31 Jul 2020

Senior Horses with Arthritis Need Exercise Too


Do you know that lameness in horses can be tracked back to arthritis in more than 60% of all cases in the UK?

And although you may think that resting may be more kind to your arthritic horse, a regular and sensible exercise plan will benefit him much more, giving his joints just the right amount of exercise to keep it working as nature intended.

It is always best to consult your vet with regards to your own horse’s needs and specific health challenges, but here are some general guidelines when thinking about exercising your arthritic horse:


  • Pushing your horse to its limits over terrain that is too hard, too soft or too wet puts pressure on joints, increasing the risk of trauma and may lead to arthritis.
  • To reduce the risk of joints stiffening up and becoming painful, the horse with arthritis should have the option to roam freely in a wide-open space like a large paddock or pasture 24/7, if possible. Being confined to a small area often compounds the problem, while moving around lubricates the joints and keeps them supple.
  • Often some light riding is possible, and even prescribed, for many older horses suffering from arthritis. Keep to level pathways, free from loose stones or ruts and as soft under foot as possible.
  • A good warm-up and cool-down routine are key in any exercise plan for any horse, but never more so than for a horse living with arthritis. For horses that struggle with stiffness, stretches that are held for only 5 seconds at a time every day over consecutive days are far more valuable than one big stretch that may prove overwhelming and even cause injury.
  • Don’t ask your horse to perform tight circle work to avoid putting additional strain on any affected joints.
  • Ponying your horse is another option, easing the pressure by removing the weight of the tack and rider. Just make sure the horse you pony him from has a gait that he can match without exacerbating his condition or ability.

A horse with arthritis who is well toned and moderately active tends to live longer and have a better quality of life.  However, since horses have different pain thresholds, always be aware of your own horse’s comfort level.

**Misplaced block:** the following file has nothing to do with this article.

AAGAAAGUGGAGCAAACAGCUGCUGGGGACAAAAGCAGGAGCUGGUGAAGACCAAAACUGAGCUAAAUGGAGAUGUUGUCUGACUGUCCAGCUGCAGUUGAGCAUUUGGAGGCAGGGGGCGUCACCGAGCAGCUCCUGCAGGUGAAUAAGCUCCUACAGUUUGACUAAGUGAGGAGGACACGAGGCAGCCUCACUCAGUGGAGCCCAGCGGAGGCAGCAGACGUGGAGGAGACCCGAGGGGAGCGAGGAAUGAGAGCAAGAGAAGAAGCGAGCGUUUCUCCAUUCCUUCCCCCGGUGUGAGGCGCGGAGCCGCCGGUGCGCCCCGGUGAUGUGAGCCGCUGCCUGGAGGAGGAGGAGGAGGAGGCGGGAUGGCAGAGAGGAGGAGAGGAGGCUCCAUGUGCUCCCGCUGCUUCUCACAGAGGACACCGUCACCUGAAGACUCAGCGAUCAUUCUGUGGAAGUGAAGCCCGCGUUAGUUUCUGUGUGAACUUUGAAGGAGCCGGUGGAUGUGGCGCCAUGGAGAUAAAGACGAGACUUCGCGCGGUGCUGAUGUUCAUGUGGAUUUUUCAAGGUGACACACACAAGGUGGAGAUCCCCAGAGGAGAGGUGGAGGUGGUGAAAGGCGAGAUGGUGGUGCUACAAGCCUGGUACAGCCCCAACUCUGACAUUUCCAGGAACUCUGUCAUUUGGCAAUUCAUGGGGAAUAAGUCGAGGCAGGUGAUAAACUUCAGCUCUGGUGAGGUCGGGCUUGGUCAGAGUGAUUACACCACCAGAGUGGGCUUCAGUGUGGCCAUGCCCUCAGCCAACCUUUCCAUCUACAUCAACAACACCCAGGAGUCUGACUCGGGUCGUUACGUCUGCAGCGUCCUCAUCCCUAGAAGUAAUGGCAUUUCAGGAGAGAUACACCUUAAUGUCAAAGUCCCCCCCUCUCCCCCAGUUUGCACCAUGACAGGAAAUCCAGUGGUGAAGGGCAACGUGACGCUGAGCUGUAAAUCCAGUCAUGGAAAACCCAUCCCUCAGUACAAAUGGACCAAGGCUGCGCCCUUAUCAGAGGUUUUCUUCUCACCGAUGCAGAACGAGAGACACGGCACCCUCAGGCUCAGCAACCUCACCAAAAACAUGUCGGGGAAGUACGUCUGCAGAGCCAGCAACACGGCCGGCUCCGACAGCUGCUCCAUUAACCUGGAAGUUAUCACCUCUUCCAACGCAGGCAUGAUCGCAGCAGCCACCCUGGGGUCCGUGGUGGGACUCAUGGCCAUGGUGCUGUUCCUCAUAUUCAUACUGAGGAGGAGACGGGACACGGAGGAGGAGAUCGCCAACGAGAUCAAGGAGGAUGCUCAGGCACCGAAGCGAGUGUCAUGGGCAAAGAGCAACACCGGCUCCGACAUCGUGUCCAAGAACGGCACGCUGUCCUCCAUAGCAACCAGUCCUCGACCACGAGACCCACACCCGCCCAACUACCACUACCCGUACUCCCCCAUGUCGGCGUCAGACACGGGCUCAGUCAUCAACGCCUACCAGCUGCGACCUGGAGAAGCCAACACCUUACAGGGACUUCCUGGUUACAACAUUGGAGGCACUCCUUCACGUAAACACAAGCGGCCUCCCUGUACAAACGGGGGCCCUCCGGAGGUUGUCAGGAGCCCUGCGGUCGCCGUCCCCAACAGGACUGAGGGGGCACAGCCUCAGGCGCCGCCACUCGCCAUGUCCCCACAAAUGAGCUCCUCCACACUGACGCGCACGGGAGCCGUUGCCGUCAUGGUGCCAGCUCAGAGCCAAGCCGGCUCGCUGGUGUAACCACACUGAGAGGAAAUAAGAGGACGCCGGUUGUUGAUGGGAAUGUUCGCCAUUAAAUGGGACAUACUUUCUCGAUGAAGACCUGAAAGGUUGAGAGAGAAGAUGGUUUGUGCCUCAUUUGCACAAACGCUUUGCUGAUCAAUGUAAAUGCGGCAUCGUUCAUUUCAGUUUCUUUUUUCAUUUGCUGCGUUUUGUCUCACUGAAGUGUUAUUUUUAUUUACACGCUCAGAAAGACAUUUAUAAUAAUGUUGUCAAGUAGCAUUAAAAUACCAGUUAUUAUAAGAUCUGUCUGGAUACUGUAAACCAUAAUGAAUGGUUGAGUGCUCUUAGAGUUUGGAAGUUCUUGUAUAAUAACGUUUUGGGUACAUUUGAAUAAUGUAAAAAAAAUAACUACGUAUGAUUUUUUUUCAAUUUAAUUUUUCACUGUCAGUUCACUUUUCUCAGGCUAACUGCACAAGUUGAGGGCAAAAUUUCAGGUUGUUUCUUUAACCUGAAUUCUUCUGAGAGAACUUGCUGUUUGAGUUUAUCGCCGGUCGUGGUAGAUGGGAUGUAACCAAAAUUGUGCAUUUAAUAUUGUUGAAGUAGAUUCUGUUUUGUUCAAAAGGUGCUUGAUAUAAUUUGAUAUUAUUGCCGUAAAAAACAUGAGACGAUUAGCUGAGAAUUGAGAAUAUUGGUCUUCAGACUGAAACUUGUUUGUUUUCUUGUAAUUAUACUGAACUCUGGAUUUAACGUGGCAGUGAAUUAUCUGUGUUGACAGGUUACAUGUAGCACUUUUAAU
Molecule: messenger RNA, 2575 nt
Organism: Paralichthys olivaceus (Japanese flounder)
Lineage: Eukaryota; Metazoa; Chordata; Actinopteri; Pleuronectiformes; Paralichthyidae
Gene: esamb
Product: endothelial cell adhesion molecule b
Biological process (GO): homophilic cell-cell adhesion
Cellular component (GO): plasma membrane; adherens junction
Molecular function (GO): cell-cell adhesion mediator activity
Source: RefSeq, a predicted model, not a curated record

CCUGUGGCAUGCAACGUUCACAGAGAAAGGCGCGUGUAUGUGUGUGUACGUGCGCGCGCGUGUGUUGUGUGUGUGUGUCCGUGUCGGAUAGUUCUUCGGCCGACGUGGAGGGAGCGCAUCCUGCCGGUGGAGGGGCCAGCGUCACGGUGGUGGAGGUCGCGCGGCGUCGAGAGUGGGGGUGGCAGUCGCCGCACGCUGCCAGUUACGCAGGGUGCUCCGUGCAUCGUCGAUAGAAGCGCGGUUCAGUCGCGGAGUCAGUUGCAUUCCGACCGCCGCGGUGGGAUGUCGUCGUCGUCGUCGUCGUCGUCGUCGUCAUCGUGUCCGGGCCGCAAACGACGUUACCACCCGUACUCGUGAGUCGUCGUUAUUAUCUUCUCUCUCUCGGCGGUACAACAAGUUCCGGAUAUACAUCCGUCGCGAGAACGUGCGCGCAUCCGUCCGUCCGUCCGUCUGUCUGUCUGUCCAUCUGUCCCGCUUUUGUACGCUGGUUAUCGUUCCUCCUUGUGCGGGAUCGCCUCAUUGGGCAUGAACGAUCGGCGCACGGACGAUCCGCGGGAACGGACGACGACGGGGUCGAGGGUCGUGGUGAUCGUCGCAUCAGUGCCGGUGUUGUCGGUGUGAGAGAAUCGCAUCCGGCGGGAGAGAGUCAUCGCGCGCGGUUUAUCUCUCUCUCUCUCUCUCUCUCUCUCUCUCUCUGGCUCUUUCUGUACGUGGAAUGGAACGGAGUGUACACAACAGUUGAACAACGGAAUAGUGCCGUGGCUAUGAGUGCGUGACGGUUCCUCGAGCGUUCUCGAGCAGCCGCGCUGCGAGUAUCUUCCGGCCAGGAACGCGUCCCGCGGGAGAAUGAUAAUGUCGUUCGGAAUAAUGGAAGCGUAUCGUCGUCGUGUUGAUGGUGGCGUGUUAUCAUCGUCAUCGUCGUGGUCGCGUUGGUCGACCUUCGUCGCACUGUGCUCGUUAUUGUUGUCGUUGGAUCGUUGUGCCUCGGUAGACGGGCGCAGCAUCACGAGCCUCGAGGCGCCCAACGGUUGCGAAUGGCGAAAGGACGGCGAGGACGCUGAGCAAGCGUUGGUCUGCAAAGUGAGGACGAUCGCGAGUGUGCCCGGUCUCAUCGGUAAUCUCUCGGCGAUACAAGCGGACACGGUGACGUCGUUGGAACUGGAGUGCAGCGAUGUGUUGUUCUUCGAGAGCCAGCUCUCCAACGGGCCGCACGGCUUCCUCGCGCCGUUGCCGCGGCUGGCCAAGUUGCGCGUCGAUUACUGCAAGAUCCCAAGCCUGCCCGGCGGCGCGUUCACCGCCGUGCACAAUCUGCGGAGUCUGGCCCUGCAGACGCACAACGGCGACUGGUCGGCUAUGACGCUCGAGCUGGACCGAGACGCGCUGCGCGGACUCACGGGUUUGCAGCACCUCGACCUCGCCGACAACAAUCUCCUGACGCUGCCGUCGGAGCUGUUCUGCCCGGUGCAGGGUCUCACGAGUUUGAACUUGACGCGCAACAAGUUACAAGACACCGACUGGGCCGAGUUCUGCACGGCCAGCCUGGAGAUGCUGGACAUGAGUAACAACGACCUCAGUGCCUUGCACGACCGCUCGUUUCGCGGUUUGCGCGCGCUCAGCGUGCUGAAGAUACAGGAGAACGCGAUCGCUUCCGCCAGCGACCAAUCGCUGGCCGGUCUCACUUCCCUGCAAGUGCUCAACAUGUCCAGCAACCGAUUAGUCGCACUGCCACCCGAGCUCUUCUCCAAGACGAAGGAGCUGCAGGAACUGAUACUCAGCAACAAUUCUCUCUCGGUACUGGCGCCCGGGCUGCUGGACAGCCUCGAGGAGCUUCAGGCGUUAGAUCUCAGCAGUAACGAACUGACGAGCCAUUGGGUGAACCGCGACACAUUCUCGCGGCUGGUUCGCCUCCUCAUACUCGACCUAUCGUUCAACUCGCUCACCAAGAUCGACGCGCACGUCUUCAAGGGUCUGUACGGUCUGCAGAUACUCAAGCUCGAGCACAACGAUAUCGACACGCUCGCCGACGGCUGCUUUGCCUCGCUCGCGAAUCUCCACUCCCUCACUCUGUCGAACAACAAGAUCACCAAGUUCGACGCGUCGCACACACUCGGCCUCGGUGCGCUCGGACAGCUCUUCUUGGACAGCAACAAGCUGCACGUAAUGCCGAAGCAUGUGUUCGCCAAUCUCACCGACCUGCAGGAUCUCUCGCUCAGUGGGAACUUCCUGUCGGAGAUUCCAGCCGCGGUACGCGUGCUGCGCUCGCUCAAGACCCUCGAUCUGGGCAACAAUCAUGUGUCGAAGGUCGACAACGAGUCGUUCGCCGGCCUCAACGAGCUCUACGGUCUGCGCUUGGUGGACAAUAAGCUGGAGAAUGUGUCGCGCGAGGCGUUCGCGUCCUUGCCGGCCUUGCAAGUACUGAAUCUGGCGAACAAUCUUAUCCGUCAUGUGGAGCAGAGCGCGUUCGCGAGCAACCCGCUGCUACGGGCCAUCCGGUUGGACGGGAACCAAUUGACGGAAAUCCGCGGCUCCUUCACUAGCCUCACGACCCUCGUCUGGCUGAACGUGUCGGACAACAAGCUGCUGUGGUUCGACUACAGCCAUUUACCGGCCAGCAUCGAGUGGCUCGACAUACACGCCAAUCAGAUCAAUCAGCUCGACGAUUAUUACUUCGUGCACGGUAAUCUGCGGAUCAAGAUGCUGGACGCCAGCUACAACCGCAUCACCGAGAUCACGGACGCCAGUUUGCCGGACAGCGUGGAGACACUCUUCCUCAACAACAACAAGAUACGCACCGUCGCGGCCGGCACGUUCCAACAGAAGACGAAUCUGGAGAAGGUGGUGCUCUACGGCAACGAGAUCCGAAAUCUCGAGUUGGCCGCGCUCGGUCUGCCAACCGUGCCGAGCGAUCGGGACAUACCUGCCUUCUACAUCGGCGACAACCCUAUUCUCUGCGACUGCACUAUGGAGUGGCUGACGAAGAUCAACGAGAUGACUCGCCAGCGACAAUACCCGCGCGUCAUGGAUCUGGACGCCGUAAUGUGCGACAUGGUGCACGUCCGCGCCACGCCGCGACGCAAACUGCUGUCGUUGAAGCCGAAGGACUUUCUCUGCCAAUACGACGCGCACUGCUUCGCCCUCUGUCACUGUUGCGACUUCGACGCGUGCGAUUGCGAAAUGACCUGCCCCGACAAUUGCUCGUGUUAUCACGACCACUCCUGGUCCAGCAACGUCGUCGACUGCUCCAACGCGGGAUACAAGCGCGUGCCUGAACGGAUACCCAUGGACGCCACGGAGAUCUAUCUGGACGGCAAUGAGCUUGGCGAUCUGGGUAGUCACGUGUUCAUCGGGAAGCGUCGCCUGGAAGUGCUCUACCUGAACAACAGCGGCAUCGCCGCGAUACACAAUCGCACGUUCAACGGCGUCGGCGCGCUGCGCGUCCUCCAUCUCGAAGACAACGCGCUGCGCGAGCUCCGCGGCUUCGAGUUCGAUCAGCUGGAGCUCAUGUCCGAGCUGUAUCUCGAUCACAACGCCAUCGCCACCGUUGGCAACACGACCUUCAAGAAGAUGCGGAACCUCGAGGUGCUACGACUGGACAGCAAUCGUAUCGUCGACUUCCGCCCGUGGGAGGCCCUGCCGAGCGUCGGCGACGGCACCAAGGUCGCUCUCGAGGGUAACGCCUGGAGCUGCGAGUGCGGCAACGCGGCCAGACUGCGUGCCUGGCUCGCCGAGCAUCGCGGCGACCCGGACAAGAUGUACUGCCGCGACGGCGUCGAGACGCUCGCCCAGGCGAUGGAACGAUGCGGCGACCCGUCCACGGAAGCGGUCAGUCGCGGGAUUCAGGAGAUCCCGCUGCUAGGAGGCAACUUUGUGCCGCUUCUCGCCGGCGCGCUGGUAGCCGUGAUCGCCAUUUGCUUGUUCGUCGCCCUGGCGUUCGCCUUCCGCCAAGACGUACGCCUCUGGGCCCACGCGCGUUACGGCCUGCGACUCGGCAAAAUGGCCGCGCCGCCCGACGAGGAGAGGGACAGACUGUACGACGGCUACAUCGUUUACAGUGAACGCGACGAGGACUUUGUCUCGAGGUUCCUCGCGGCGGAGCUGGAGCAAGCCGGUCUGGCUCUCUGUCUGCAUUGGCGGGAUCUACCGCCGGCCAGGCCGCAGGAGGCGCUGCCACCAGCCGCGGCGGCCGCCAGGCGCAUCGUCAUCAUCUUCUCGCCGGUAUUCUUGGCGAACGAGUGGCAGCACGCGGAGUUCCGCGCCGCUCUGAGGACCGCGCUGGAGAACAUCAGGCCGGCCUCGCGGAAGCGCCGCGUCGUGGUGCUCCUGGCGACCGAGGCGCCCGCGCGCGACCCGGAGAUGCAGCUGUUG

Ask your vet for signs that could alert you and lead you to decrease or even temporarily suspend your horse’s exercise regimen, if needed.



Especially in horses with metabolic issues that could easily lead to obesity, the arthritic horse specifically should have a healthy weight.  In arthritis, even relatively small amounts of unnecessary weight could mean the difference between pain and comfort.  Do not let the look of a fat, shiny horse overshadow his need to be comfortable.

Hoof care

Just because your horse is retired or semi-retired, it does not mean that he doesn’t need regular hoof care. Remember that the longer the time an arthritic horse has to wait between one trim and the next, the more painful the transition may be.  A 6 – 8 week trim schedule for arthritic horses should keep them in optimum comfort.


A good quality supplement that boosts your horse’s general wellbeing and lends support to inflamed joints will go far in improving his quality of life.  While many people only add this type of supplement when they pick up stiffness in their horse, horses with a conformation issue may benefit from a joint supplement over the long-term, sometimes even starting supplementation from a young age.

Elite Equine 100% Organic Rosehip Supplement is the ideal add-on to your arthritic horse’s diet regime. Its powerful natural anti-inflammatory action works in synergy with the horse’s own inflammatory response to address the pain and discomfort caused by this sometimes-debilitating condition.

To read more, or to place and order, please visit